Congressman Steve Womack took a step back in time when he visited the University of Arkansas - Fort Smith’s Drennen-Scott Historic Site Aug. 26.
Womack toured the DSHS with site Director Tom Wing, where he caught a glimpse of local history and saw the educational facilities in the house used by university students.
Wing discussed the history of the Drennen-Scott House and the family that lived in it during the tour. The Drennen-Scott House, which is the oldest house in Van Buren, was built in 1838, with several additions made to the structure in the ensuing decades. John Drennen, a founder of Van Buren, first inhabited the house, and five generations of his family lived there before UAFS acquired the property and additional acreage in 2005.
The site, which opened in May 2011, serves as a museum and educational facility for UAFS. The site receives more than 5,000 visitors each year, according to Wing.
Womack also met Caroline Bercher and Scott Bulloch, two descendants of John Drennen, during the tour.
The congressman had high praise for the house and the role it plays in preserving local history.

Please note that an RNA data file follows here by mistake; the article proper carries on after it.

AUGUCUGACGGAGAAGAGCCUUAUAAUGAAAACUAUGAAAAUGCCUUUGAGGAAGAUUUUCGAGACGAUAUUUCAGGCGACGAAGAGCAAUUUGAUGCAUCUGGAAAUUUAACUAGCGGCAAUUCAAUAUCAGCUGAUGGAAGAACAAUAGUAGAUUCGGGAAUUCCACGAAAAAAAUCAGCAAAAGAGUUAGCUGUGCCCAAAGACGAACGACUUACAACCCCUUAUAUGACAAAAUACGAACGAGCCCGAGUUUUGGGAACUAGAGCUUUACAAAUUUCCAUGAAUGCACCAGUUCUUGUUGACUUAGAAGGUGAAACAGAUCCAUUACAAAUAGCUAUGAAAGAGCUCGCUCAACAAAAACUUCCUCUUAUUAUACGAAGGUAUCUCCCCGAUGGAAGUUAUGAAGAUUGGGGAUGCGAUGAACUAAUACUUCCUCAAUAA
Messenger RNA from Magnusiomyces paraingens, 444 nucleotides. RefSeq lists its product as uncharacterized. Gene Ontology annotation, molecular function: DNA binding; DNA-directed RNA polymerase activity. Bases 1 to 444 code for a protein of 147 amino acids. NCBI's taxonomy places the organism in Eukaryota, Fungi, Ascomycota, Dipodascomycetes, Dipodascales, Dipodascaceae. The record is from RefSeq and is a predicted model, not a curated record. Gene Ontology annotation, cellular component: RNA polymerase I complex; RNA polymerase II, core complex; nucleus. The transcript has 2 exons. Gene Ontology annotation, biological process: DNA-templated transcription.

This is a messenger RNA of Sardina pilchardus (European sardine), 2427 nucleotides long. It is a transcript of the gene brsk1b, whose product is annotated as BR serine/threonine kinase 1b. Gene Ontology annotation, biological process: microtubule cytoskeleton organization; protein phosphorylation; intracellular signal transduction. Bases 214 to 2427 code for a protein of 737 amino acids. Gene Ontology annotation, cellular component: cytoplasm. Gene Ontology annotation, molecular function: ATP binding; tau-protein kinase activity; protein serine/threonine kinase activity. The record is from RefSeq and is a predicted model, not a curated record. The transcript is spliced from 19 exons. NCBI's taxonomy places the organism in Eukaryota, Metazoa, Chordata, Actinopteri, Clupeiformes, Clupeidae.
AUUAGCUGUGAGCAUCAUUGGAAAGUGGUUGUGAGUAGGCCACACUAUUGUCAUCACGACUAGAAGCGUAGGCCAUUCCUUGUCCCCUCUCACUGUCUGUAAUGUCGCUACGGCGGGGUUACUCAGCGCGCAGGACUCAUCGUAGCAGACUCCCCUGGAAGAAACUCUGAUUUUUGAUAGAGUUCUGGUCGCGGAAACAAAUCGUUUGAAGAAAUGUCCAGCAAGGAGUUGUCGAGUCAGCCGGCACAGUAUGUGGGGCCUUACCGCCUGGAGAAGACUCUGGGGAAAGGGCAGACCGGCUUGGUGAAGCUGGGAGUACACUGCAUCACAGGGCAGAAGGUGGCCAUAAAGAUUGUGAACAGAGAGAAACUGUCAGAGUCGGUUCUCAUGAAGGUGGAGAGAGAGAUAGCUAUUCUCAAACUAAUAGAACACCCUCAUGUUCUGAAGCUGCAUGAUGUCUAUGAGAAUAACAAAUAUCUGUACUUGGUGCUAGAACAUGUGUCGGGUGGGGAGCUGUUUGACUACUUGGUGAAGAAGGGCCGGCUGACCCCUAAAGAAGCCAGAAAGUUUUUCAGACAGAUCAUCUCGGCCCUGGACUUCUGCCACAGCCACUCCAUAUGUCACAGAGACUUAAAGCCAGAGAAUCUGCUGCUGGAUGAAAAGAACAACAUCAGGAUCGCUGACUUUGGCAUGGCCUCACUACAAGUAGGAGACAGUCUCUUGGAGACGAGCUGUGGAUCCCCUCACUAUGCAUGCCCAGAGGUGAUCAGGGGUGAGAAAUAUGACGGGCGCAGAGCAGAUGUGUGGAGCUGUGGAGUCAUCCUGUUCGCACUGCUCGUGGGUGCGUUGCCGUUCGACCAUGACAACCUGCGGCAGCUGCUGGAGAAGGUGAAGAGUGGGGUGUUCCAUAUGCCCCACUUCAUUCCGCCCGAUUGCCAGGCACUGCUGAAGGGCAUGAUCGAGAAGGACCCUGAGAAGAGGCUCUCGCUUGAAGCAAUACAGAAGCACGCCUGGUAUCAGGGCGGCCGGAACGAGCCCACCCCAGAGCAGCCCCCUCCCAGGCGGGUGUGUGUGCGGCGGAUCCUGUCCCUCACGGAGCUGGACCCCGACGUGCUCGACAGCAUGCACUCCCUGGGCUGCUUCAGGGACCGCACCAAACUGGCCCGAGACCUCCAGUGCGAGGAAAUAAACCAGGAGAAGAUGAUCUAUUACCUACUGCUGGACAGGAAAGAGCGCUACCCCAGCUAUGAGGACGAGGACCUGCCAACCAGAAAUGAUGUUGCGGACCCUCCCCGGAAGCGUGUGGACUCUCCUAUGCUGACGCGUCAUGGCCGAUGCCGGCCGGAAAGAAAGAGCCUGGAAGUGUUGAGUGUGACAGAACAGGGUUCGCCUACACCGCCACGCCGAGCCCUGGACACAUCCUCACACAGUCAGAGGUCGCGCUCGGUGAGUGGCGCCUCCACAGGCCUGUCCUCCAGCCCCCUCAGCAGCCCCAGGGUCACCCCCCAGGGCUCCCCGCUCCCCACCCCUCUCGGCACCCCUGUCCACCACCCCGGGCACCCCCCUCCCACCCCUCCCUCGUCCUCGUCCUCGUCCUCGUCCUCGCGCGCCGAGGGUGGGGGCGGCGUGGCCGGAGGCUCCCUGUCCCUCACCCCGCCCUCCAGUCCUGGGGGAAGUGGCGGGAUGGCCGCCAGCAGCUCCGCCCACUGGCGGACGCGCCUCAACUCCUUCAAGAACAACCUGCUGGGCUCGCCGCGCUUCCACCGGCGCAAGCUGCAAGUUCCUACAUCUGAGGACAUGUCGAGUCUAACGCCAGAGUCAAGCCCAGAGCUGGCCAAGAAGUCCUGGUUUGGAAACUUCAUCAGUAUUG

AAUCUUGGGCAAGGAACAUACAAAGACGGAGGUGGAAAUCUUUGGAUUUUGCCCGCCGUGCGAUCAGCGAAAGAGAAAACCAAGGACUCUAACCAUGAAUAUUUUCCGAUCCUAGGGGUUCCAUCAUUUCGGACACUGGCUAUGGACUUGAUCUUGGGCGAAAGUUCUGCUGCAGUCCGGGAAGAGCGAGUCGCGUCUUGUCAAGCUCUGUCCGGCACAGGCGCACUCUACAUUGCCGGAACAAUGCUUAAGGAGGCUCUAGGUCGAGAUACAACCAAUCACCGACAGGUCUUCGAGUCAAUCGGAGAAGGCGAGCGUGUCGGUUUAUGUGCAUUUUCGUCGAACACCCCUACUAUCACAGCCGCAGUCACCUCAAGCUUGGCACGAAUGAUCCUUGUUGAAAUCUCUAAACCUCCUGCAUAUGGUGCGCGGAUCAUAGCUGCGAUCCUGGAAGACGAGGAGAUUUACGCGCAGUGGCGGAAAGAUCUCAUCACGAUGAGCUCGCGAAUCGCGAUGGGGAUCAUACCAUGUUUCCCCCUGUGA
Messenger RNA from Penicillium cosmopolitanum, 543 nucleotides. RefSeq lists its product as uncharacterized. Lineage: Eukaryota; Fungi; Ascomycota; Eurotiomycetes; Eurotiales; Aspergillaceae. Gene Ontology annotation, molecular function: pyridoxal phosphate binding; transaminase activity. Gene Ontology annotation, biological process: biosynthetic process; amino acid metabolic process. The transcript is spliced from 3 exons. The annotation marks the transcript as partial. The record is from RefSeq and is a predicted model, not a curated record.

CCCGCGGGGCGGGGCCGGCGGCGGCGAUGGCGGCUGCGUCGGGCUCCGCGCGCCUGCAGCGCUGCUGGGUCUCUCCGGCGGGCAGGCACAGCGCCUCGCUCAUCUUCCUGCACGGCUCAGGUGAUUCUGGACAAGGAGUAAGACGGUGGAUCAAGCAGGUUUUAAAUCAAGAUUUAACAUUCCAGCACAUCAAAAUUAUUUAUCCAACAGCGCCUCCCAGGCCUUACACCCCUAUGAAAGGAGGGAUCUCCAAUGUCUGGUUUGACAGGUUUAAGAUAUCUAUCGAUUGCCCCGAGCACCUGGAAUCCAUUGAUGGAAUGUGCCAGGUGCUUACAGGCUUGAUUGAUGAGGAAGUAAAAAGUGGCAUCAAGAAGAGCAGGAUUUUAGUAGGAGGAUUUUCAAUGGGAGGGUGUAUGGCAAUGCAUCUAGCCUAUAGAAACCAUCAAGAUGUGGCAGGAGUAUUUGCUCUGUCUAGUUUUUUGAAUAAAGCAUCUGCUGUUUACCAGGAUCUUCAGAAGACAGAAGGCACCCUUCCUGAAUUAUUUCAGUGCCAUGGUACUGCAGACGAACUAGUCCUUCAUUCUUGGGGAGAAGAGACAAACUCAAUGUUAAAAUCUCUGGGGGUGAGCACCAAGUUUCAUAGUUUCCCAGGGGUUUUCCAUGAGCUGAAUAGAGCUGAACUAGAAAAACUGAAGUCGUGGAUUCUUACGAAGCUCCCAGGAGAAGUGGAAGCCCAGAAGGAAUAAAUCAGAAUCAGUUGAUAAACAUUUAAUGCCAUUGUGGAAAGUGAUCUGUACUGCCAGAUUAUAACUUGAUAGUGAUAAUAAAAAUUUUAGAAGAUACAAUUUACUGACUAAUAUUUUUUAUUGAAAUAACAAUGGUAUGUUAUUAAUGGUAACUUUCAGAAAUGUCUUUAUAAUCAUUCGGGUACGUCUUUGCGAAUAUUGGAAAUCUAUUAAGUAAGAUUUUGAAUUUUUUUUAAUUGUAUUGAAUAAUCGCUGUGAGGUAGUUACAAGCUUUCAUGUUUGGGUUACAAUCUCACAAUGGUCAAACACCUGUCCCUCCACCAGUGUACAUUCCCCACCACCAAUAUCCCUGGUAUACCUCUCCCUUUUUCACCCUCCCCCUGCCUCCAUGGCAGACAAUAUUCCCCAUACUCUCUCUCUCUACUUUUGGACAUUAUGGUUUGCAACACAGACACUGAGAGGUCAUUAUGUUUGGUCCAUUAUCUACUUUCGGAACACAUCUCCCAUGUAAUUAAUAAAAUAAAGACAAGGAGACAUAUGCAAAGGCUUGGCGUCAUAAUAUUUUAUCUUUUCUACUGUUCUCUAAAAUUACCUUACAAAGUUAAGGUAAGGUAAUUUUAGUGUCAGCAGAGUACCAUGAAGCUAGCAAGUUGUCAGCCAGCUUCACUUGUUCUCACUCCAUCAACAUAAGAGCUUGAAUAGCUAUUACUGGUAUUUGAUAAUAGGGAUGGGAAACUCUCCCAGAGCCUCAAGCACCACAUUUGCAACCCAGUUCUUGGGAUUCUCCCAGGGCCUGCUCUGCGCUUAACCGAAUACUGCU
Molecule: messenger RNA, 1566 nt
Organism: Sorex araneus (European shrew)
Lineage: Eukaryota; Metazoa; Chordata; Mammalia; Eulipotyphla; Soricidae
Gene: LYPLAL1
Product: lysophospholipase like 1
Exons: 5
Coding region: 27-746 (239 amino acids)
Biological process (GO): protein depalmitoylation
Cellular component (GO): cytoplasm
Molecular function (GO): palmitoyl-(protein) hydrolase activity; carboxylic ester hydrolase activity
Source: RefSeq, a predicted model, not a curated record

“There’s so much history in my district, and to see a house like this that is preserved and is now in the capable hands of a university where it’s providing a platform for education and historical preservation, I think speaks volumes about the commitment made by both Mr. Drennen’s descendants and the university,” Womack said.
Dr. Paul B. Beran, UAFS chancellor, accompanied Womack on the tour and was “honored” by the congressman’s interest in the site.
“We were honored to have Congressman Womack tour the Drennen-Scott Historic Site and find out more about an exceptional historical and educational resource of our university,” Beran said. “The house and its residents made an enormous historical impact on western Arkansas and the state as a whole. UAFS is privileged to be tasked with the preservation of this location rich with history and making it available to the community and our students.”
Wing echoed their statements, emphasizing the need to remember the past.
“As a history professor, I think it’s essential we know where we’ve been to understand where we are today and where we’re going in the future,” Wing said. “So when we can preserve our historic sites and learn from the past, it helps make for a better today and tomorrow.”
Also attending the tour were Dr. Elizabeth Underwood, associate vice chancellor for government and university relations; Dr. Paul Hankins, dean of the College of Communication, Languages, Arts and Social Sciences; and Jackie Krutch, executive director of the Van Buren Chamber of Commerce.